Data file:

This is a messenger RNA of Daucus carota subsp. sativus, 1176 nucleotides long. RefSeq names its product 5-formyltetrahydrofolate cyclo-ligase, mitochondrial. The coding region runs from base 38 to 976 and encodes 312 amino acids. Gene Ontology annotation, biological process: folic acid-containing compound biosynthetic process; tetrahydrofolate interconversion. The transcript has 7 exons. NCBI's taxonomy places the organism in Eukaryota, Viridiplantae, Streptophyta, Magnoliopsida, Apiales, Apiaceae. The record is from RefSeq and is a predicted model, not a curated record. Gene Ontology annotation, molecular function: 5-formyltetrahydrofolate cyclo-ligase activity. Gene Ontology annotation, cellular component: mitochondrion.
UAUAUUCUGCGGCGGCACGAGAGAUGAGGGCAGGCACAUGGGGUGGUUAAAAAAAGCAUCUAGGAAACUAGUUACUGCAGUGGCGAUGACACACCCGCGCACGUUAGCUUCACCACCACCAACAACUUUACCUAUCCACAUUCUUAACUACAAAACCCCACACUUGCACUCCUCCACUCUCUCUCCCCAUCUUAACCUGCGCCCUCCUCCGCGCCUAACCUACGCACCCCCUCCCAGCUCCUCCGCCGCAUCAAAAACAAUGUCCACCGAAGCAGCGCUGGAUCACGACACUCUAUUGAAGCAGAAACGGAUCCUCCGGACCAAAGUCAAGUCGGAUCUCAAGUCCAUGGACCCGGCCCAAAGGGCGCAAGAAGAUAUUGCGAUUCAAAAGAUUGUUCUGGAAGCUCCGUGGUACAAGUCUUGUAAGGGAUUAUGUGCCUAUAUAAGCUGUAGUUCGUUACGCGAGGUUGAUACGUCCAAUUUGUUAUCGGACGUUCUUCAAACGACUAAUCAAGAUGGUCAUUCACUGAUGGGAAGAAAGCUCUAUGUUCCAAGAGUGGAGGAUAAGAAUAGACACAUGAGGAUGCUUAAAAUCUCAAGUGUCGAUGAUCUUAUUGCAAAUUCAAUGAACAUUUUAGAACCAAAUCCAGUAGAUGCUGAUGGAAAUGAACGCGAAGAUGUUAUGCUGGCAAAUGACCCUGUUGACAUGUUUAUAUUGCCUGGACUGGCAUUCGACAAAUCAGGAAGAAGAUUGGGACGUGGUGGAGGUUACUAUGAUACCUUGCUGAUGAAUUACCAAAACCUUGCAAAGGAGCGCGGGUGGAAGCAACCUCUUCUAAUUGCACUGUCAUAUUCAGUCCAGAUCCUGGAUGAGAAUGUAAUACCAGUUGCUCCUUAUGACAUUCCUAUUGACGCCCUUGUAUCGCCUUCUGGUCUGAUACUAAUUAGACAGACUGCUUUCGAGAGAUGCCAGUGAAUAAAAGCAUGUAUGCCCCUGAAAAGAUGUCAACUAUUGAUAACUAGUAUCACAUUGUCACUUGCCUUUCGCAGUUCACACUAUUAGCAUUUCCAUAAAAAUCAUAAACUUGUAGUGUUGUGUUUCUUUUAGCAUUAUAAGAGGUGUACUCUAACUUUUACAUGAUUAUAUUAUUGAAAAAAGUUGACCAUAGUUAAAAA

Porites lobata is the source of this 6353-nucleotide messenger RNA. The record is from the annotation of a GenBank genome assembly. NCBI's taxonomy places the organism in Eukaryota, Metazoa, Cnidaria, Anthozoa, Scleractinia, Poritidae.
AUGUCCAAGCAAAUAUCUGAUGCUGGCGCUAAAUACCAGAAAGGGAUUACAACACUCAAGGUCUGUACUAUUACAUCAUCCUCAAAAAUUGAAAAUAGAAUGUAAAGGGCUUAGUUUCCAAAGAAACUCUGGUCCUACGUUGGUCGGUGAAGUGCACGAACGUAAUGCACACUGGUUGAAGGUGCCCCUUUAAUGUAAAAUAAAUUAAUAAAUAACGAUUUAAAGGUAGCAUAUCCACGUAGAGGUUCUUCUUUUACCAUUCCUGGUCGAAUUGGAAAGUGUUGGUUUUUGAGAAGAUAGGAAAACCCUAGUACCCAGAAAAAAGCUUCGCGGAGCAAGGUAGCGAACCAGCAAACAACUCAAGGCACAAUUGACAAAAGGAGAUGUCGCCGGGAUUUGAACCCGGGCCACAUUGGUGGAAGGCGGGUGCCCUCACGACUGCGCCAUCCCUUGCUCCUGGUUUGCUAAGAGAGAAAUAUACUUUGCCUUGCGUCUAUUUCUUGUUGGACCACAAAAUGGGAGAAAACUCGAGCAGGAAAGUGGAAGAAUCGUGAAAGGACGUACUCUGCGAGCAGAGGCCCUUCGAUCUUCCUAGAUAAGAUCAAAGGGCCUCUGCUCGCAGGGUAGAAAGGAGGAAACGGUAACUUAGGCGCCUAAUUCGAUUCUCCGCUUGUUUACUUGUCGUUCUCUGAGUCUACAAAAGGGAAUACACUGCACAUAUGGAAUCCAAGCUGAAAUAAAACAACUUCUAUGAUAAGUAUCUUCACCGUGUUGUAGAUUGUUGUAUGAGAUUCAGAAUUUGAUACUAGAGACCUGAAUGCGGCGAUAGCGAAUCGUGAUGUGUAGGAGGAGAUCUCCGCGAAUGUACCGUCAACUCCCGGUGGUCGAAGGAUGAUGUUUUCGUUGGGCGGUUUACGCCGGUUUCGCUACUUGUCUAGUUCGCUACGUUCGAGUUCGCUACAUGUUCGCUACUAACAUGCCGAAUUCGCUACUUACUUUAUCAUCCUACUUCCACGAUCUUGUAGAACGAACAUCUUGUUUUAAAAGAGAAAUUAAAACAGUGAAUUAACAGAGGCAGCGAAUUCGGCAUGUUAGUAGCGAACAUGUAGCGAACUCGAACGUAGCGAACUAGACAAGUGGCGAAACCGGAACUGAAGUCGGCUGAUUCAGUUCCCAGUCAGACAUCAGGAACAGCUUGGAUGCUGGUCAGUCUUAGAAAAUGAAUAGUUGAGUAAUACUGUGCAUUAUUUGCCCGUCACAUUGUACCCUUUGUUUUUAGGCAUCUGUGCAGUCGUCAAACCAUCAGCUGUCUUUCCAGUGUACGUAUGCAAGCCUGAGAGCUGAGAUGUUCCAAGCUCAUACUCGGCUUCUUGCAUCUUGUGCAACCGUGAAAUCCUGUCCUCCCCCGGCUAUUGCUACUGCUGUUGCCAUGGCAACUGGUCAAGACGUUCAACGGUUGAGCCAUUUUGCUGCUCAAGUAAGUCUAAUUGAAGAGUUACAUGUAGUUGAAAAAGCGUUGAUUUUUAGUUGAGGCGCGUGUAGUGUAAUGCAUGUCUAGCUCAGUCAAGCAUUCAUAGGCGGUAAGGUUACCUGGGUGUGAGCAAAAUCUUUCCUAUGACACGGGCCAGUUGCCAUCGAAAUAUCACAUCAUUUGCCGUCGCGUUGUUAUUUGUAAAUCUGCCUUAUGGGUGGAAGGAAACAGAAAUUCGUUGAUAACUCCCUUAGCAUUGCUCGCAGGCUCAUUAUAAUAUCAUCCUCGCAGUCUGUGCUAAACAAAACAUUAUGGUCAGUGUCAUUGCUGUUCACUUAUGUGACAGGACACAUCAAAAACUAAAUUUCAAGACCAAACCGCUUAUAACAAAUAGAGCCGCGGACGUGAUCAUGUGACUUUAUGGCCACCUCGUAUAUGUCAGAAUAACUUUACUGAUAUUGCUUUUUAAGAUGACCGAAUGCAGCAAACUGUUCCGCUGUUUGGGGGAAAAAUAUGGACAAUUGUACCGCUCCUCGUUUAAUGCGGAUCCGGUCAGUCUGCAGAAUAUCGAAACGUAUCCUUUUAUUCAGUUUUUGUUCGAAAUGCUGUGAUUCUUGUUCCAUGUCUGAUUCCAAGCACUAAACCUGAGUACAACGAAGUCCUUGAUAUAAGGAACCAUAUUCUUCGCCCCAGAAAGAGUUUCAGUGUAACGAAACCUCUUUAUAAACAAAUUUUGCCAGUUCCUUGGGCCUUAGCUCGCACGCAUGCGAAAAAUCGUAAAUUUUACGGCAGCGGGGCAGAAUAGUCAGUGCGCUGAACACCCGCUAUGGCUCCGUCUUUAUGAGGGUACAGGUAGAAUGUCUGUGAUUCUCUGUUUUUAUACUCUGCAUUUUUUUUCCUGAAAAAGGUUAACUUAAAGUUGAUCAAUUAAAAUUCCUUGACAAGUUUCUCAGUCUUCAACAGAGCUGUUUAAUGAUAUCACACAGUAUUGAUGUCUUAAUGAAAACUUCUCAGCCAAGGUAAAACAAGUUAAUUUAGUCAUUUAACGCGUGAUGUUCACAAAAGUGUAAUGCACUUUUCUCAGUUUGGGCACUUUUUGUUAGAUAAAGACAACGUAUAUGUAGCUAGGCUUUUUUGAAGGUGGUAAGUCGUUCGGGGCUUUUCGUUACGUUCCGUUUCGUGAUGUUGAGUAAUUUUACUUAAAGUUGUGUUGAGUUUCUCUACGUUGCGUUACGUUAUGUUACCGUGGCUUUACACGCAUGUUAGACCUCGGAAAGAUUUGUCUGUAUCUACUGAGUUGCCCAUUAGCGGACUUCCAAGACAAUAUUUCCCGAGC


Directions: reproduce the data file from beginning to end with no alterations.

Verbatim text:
This is a messenger RNA of Daucus carota subsp. sativus, 1176 nucleotides long. RefSeq names its product 5-formyltetrahydrofolate cyclo-ligase, mitochondrial. The coding region runs from base 38 to 976 and encodes 312 amino acids. Gene Ontology annotation, biological process: folic acid-containing compound biosynthetic process; tetrahydrofolate interconversion. The transcript has 7 exons. NCBI's taxonomy places the organism in Eukaryota, Viridiplantae, Streptophyta, Magnoliopsida, Apiales, Apiaceae. The record is from RefSeq and is a predicted model, not a curated record. Gene Ontology annotation, molecular function: 5-formyltetrahydrofolate cyclo-ligase activity. Gene Ontology annotation, cellular component: mitochondrion.
UAUAUUCUGCGGCGGCACGAGAGAUGAGGGCAGGCACAUGGGGUGGUUAAAAAAAGCAUCUAGGAAACUAGUUACUGCAGUGGCGAUGACACACCCGCGCACGUUAGCUUCACCACCACCAACAACUUUACCUAUCCACAUUCUUAACUACAAAACCCCACACUUGCACUCCUCCACUCUCUCUCCCCAUCUUAACCUGCGCCCUCCUCCGCGCCUAACCUACGCACCCCCUCCCAGCUCCUCCGCCGCAUCAAAAACAAUGUCCACCGAAGCAGCGCUGGAUCACGACACUCUAUUGAAGCAGAAACGGAUCCUCCGGACCAAAGUCAAGUCGGAUCUCAAGUCCAUGGACCCGGCCCAAAGGGCGCAAGAAGAUAUUGCGAUUCAAAAGAUUGUUCUGGAAGCUCCGUGGUACAAGUCUUGUAAGGGAUUAUGUGCCUAUAUAAGCUGUAGUUCGUUACGCGAGGUUGAUACGUCCAAUUUGUUAUCGGACGUUCUUCAAACGACUAAUCAAGAUGGUCAUUCACUGAUGGGAAGAAAGCUCUAUGUUCCAAGAGUGGAGGAUAAGAAUAGACACAUGAGGAUGCUUAAAAUCUCAAGUGUCGAUGAUCUUAUUGCAAAUUCAAUGAACAUUUUAGAACCAAAUCCAGUAGAUGCUGAUGGAAAUGAACGCGAAGAUGUUAUGCUGGCAAAUGACCCUGUUGACAUGUUUAUAUUGCCUGGACUGGCAUUCGACAAAUCAGGAAGAAGAUUGGGACGUGGUGGAGGUUACUAUGAUACCUUGCUGAUGAAUUACCAAAACCUUGCAAAGGAGCGCGGGUGGAAGCAACCUCUUCUAAUUGCACUGUCAUAUUCAGUCCAGAUCCUGGAUGAGAAUGUAAUACCAGUUGCUCCUUAUGACAUUCCUAUUGACGCCCUUGUAUCGCCUUCUGGUCUGAUACUAAUUAGACAGACUGCUUUCGAGAGAUGCCAGUGAAUAAAAGCAUGUAUGCCCCUGAAAAGAUGUCAACUAUUGAUAACUAGUAUCACAUUGUCACUUGCCUUUCGCAGUUCACACUAUUAGCAUUUCCAUAAAAAUCAUAAACUUGUAGUGUUGUGUUUCUUUUAGCAUUAUAAGAGGUGUACUCUAACUUUUACAUGAUUAUAUUAUUGAAAAAAGUUGACCAUAGUUAAAAA

Porites lobata is the source of this 6353-nucleotide messenger RNA. The record is from the annotation of a GenBank genome assembly. NCBI's taxonomy places the organism in Eukaryota, Metazoa, Cnidaria, Anthozoa, Scleractinia, Poritidae.
AUGUCCAAGCAAAUAUCUGAUGCUGGCGCUAAAUACCAGAAAGGGAUUACAACACUCAAGGUCUGUACUAUUACAUCAUCCUCAAAAAUUGAAAAUAGAAUGUAAAGGGCUUAGUUUCCAAAGAAACUCUGGUCCUACGUUGGUCGGUGAAGUGCACGAACGUAAUGCACACUGGUUGAAGGUGCCCCUUUAAUGUAAAAUAAAUUAAUAAAUAACGAUUUAAAGGUAGCAUAUCCACGUAGAGGUUCUUCUUUUACCAUUCCUGGUCGAAUUGGAAAGUGUUGGUUUUUGAGAAGAUAGGAAAACCCUAGUACCCAGAAAAAAGCUUCGCGGAGCAAGGUAGCGAACCAGCAAACAACUCAAGGCACAAUUGACAAAAGGAGAUGUCGCCGGGAUUUGAACCCGGGCCACAUUGGUGGAAGGCGGGUGCCCUCACGACUGCGCCAUCCCUUGCUCCUGGUUUGCUAAGAGAGAAAUAUACUUUGCCUUGCGUCUAUUUCUUGUUGGACCACAAAAUGGGAGAAAACUCGAGCAGGAAAGUGGAAGAAUCGUGAAAGGACGUACUCUGCGAGCAGAGGCCCUUCGAUCUUCCUAGAUAAGAUCAAAGGGCCUCUGCUCGCAGGGUAGAAAGGAGGAAACGGUAACUUAGGCGCCUAAUUCGAUUCUCCGCUUGUUUACUUGUCGUUCUCUGAGUCUACAAAAGGGAAUACACUGCACAUAUGGAAUCCAAGCUGAAAUAAAACAACUUCUAUGAUAAGUAUCUUCACCGUGUUGUAGAUUGUUGUAUGAGAUUCAGAAUUUGAUACUAGAGACCUGAAUGCGGCGAUAGCGAAUCGUGAUGUGUAGGAGGAGAUCUCCGCGAAUGUACCGUCAACUCCCGGUGGUCGAAGGAUGAUGUUUUCGUUGGGCGGUUUACGCCGGUUUCGCUACUUGUCUAGUUCGCUACGUUCGAGUUCGCUACAUGUUCGCUACUAACAUGCCGAAUUCGCUACUUACUUUAUCAUCCUACUUCCACGAUCUUGUAGAACGAACAUCUUGUUUUAAAAGAGAAAUUAAAACAGUGAAUUAACAGAGGCAGCGAAUUCGGCAUGUUAGUAGCGAACAUGUAGCGAACUCGAACGUAGCGAACUAGACAAGUGGCGAAACCGGAACUGAAGUCGGCUGAUUCAGUUCCCAGUCAGACAUCAGGAACAGCUUGGAUGCUGGUCAGUCUUAGAAAAUGAAUAGUUGAGUAAUACUGUGCAUUAUUUGCCCGUCACAUUGUACCCUUUGUUUUUAGGCAUCUGUGCAGUCGUCAAACCAUCAGCUGUCUUUCCAGUGUACGUAUGCAAGCCUGAGAGCUGAGAUGUUCCAAGCUCAUACUCGGCUUCUUGCAUCUUGUGCAACCGUGAAAUCCUGUCCUCCCCCGGCUAUUGCUACUGCUGUUGCCAUGGCAACUGGUCAAGACGUUCAACGGUUGAGCCAUUUUGCUGCUCAAGUAAGUCUAAUUGAAGAGUUACAUGUAGUUGAAAAAGCGUUGAUUUUUAGUUGAGGCGCGUGUAGUGUAAUGCAUGUCUAGCUCAGUCAAGCAUUCAUAGGCGGUAAGGUUACCUGGGUGUGAGCAAAAUCUUUCCUAUGACACGGGCCAGUUGCCAUCGAAAUAUCACAUCAUUUGCCGUCGCGUUGUUAUUUGUAAAUCUGCCUUAUGGGUGGAAGGAAACAGAAAUUCGUUGAUAACUCCCUUAGCAUUGCUCGCAGGCUCAUUAUAAUAUCAUCCUCGCAGUCUGUGCUAAACAAAACAUUAUGGUCAGUGUCAUUGCUGUUCACUUAUGUGACAGGACACAUCAAAAACUAAAUUUCAAGACCAAACCGCUUAUAACAAAUAGAGCCGCGGACGUGAUCAUGUGACUUUAUGGCCACCUCGUAUAUGUCAGAAUAACUUUACUGAUAUUGCUUUUUAAGAUGACCGAAUGCAGCAAACUGUUCCGCUGUUUGGGGGAAAAAUAUGGACAAUUGUACCGCUCCUCGUUUAAUGCGGAUCCGGUCAGUCUGCAGAAUAUCGAAACGUAUCCUUUUAUUCAGUUUUUGUUCGAAAUGCUGUGAUUCUUGUUCCAUGUCUGAUUCCAAGCACUAAACCUGAGUACAACGAAGUCCUUGAUAUAAGGAACCAUAUUCUUCGCCCCAGAAAGAGUUUCAGUGUAACGAAACCUCUUUAUAAACAAAUUUUGCCAGUUCCUUGGGCCUUAGCUCGCACGCAUGCGAAAAAUCGUAAAUUUUACGGCAGCGGGGCAGAAUAGUCAGUGCGCUGAACACCCGCUAUGGCUCCGUCUUUAUGAGGGUACAGGUAGAAUGUCUGUGAUUCUCUGUUUUUAUACUCUGCAUUUUUUUUCCUGAAAAAGGUUAACUUAAAGUUGAUCAAUUAAAAUUCCUUGACAAGUUUCUCAGUCUUCAACAGAGCUGUUUAAUGAUAUCACACAGUAUUGAUGUCUUAAUGAAAACUUCUCAGCCAAGGUAAAACAAGUUAAUUUAGUCAUUUAACGCGUGAUGUUCACAAAAGUGUAAUGCACUUUUCUCAGUUUGGGCACUUUUUGUUAGAUAAAGACAACGUAUAUGUAGCUAGGCUUUUUUGAAGGUGGUAAGUCGUUCGGGGCUUUUCGUUACGUUCCGUUUCGUGAUGUUGAGUAAUUUUACUUAAAGUUGUGUUGAGUUUCUCUACGUUGCGUUACGUUAUGUUACCGUGGCUUUACACGCAUGUUAGACCUCGGAAAGAUUUGUCUGUAUCUACUGAGUUGCCCAUUAGCGGACUUCCAAGACAAUAUUUCCCGAGC